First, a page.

God knows the wounds within our souls. God knows how much we are all hurting in this time of social distancing and the innumerable deaths because of the coronavirus. In that brokenness, God is teaching us God’s wisdom in new and powerful ways. This time of uncertainty, is our time in the desert with Jesus. God will teach us wisdom in our secret and sacred space; but, we have to be silent so we can listen to God in our eternal truth; our essence.

“And finally, never lose hope in God’s mercy” (RB 1980: The Rule of St. Benedict in English, p.29).

Will you let Jesus teach you wisdom in your secret and sacred space during this time in the desert?

Amen.

Peace be with all who enter here.

Brother Anselm Philip King-Lowe, OSB

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Reflection on A Prayerful Heart

Give ear, O Lord to my prayer, and attend to the voice of my supplications. In the time of my trouble I will call upon you, for you will answer me. (Psalm 86:6-7. The Book of Common Prayer, p.710).

The great Desert Father Antony once wrote, “Just as fish die of they stay too long out of water, so the monks who loiter outside their cell or pass their time with men of the world lose the intimacy of inner peace. So like a fish going to the sea, we must hurry to reach our cell, for fear that if we delay outside we shall lose our interior watchfulness.”

Christine Valters Paintner in her book Desert Fathers and Mother’s: Early Christian Wisdom Sayings wrote, “The Greek word nepsis means “watchfulness.” It refers to a kind of calm vigilance in daily life, staying attentive and aware to the inner movements of the heart, watching one’s thoughts, and noticing patterns that arise. This inner attention, conducted with compassion, is the grace of the desert way.” (Pages 8-9).

The cell that Antony is writing about is our hearts. The heart in Christian spirituality is “the whole of ourselves.” The Psalmist is writing to ask God for help in times of trouble. The Psalmist knows the troubles that have been, and those ahead require God’s help to work through them.

We are living through some very difficult times. The coronavirus along with the excessive violence has everyone including me experiencing what seems like endless pain and confusion. We are inundated by the fast paced media that is bombarding our sensory awareness to overload.

The Psalmist and the Desert Monastics tell us to return to our cells (our hearts) and spend time in the presence of God in silence and solitude to reclaim our true sense of self. Contemplative prayer and mysticism calls us to embrace the peace of God that leads us to an awareness of what is really happening with in the heart of who we are. Let us remember that Jesus is walking with us through the events of the present time; and the Holy Spirit is teaching us from deep within our hearts. We do not have to understand anything. What we must do is let go of trying to determine a conclusion to the ongoing experience of God’s extravagant love that is transforming us “from glory into glory” in the here and now.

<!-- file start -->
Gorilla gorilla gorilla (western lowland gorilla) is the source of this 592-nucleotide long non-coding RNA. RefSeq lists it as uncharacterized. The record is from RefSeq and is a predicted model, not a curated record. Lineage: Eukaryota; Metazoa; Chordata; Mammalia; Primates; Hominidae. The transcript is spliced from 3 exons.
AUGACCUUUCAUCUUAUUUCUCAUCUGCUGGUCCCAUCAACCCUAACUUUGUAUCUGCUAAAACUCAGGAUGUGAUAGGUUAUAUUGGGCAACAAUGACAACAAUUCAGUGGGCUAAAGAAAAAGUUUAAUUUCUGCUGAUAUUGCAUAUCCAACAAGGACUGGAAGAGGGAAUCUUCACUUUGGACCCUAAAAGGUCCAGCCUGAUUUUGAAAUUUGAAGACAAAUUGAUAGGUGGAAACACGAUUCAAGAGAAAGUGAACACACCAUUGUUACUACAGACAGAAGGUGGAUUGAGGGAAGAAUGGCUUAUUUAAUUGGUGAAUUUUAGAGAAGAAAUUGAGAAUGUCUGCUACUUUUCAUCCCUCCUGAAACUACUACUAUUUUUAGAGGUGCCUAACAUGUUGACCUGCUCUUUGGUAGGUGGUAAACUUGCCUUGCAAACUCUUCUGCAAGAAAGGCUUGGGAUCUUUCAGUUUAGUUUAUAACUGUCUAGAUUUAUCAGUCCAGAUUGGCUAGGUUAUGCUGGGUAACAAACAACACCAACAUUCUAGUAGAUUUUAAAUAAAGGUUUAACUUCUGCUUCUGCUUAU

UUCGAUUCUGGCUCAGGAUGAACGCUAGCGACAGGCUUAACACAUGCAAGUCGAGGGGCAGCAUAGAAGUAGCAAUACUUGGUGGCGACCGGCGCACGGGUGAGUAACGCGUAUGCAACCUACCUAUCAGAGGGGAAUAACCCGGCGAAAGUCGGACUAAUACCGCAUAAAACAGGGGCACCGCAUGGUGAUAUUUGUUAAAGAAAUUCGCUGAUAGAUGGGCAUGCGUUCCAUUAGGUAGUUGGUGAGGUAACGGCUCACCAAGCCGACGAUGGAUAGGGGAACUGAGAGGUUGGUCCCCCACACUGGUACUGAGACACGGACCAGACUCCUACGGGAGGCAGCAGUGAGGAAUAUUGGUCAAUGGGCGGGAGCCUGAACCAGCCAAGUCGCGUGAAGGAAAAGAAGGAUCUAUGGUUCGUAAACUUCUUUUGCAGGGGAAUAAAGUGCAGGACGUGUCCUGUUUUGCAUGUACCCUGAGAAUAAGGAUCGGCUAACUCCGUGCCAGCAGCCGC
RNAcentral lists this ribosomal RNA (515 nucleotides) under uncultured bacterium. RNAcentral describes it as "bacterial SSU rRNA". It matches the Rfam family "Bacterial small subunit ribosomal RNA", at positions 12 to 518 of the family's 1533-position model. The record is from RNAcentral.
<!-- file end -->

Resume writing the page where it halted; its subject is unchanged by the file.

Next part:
“How much more important, then, to lay our petitions before the God of all with the utmost humility and devotion.”

“The function of times of prayer, then, is not to have us say prayers; it is to enable our lives to become a prayer outside of prayer, to become ‘pure of heart,’ one with God,,,,” (The Rule of Benedict: A Spirituality for the 21st Century, Joan Chittister, p.132).

Are you setting time aside in your life to listen to God within the whole of yourself?

Amen.

Peace be with all who enter here.

Brother Anselm Philip King-Lowe, OSB

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Reflection on Easter in the Desert

“The Lord is my strength and my song, and he has become my salvation .” (Psalm 118;14. The Book of Common Prayer, p.761).

Alleluia. Christ is risen. The Lord is risen indeed. Alleluia.

It hardly seems like Easter. Minnesota, where I live is getting a snow storm as I write this blog entry. Yet, the snow falling on Easter seems to fit. Many of us are used to being in our churches on Easter. Our churches are usually so crowded that extra chairs must be put out to accommodate the overflow. People go to Easter Sunday services while wearing the best spring clothes. It is always so wonderful when the sun is shining with nice warm weather on Easter.

Easter in the Year 2020 is not at all like what we are used to. The coronavirus is even preventing families from gathering for Easter dinner with relatives they have not seen since Christmas. Some people are rightly worried about those who are sick and suffering. Many are grieving the loss of those they love. How can we contemplate the mystery of the Resurrection of Jesus Christ with everything upside down?

The Desert Monastics lived their lives in such a way, that they were always in a world that was upside down from how many people functioned. The Mothers and Fathers of the Desert gave over everything that was considered “normal” for an unusual way of life through which they searched for a deeper union with God.

Christine Valters Paintner in her book Desert Fathers and Mothers: Early Christian Wisdom Sayings wrote,

“The paradox in the spiritual life is that this journey through destruction is necessary to reach any kind of resurrection or new life beyond it. We are rebuilt and reshaped through this process. We must fully surrender ourselves to the awfulness of it. We must stay present with how we feel compassion to ourselves in the process. We must learn to no longer feel victim to our suffering, but to instead discover a kind of inner fierceness that allows us to look death in the eye without flinching” (p.50).